If two months ago someone had asked me to sum up my feelings about the approaching school year, I can confidently say my answer would have started with “what if.”
What if my school district chooses not to reopen in person? What if we have to make it through another six months of remote learning? What if the struggles my friends and I are noticing in our kids aren’t totally pandemic-related?
At home last spring, parents and caregivers experienced our children’s learning firsthand. While some kids thrived outside of the classroom, others struggled with remote learning. With those struggles came concerns about regression, or COVID slide.
Now the school year is in full swing—during a pandemic—for some families these concerns persist, even if school is in person. Parents might see their kids falling behind, wonder what’s going on and not know how to best support their child. And naturally, we worry with more “what ifs.”
What if the struggles go beyond difficulty with remote learning? What if the challenges are actually signs of a more significant issue they didn’t pick up on before?
Exploring Learning Differences during COVID-19
Listen to the Notes from the Backpack podcast episode with Amanda Morin where she discusses ways to navigate the school year with children who have learning challenges. Get tips to help set up your child for success.
How the What Ifs affected my family
We’ve known for a long time that our 10-year-old son has ADHD and autism, but that knowledge hasn’t kept us from worrying about regression. When the pandemic upended school last year, many of the in-person supports and services to help him with social skills, organization, and focus didn’t translate well to a virtual environment.
Throughout the summer, we noticed that he was losing skills we’d taken for granted. He was distracted to the point of interrupting his own sentences and couldn’t keep track of where any of his belongings were. He lost the ability to enter into a conversation appropriately and to respond with relevant information to what other people were saying. He also had meltdowns over things he used to take in stride.
I feel fortunate that my background as a teacher and early intervention specialist means I have ideas about what to do with my worries about his skill regression. But for other parents and caregivers who have noticed things that they don’t fully understand, I’m sure that not knowing what it means or how to help is stressful and overwhelming.
Here’s how you can answer the “what ifs” and feel less overwhelmed:
Recognize we’re all a little off-kilter
The coronavirus pandemic has turned all of our lives upside down. The lines between work and home, school and home, and parenting and teaching have blurred. Parents are pressed to find space and time for everyone while also trying to manage big emotions—our children’s and our own. Many of us are experiencing anxiety and feeling a lack of control. If parents are having trouble figuring out how to make these new circumstances work, it’s not a surprise that our kids may also be struggling.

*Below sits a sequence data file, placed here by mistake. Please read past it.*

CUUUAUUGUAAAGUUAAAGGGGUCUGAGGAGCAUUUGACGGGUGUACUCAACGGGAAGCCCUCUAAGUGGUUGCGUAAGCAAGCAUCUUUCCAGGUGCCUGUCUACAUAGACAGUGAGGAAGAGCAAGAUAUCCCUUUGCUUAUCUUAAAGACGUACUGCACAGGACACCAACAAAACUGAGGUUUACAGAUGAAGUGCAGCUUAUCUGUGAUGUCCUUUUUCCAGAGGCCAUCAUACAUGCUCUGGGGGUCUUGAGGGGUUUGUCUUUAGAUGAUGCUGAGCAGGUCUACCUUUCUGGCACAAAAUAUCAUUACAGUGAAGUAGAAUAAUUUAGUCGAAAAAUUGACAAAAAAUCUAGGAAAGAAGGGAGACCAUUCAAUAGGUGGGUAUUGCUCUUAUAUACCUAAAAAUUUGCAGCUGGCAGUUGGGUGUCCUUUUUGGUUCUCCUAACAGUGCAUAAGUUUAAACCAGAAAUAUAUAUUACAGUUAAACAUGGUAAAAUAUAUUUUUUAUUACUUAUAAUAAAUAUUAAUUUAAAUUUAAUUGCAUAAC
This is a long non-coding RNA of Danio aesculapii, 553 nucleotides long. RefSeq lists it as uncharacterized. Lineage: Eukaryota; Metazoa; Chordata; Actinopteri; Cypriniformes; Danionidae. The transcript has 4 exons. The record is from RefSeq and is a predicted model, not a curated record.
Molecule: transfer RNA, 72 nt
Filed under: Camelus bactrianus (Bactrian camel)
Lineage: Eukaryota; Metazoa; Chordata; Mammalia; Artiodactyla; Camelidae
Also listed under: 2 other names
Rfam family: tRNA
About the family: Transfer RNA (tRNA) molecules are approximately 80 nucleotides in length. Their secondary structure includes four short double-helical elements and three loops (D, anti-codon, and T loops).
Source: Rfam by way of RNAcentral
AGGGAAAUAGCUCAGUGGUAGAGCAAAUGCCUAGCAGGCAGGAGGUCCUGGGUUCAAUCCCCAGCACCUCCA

The recently launched Take N.O.T.E. initiative was developed by Understood in partnership with the American Academy of Pediatrics and through research with parents. It includes free, digital-first resources in both English and Spanish to help parents make sense of their child’s behavior changes or difficulty with other skills. N.O.T.E. stands for four steps to take to identify possible learning and thinking differences:
- Notice if something is going on with your child that seems out of the ordinary, like struggles with reading or trouble paying attention.
- Observe and keep track of patterns in your child’s behavior to help make sense of what you’re seeing.
- Talk with your child, their teachers, and other caregivers about what you’re observing.
- Engage with trusted professionals, like pediatricians.
Prioritize parent-teacher communication
My son is adjusting well to a hybrid learning model, in no small part because we shared with his teacher and service providers all of the skill regression we’d seen. He went back to school with different experiences, skills, and even worries than he had when he left. His teachers needed to know what’s happening with him and in our house to give him the right support.
Starting that conversation with your child’s teacher isn’t always easy, especially if there’s a lot of emotional information to convey. That’s why Understood created a one-pager you can use to update teachers on how your child is doing. You can print it and fill it in by hand or complete the form on your computer or other device.
The “what ifs” about schooling during COVID may go on for a while, and so may some of the struggles families and teachers see in kids. But noticing, observing, talking, and engaging can help families start to get answers—and support for their kids.
Amanda Morin is a writer, parent advocate and the senior expert on family advocacy and education at Understood, a nonprofit social impact organization dedicated to shaping a world where people who learn and think differently can thrive. Amanda lives in the Portland, Maine and is a mom to kids who learn differently.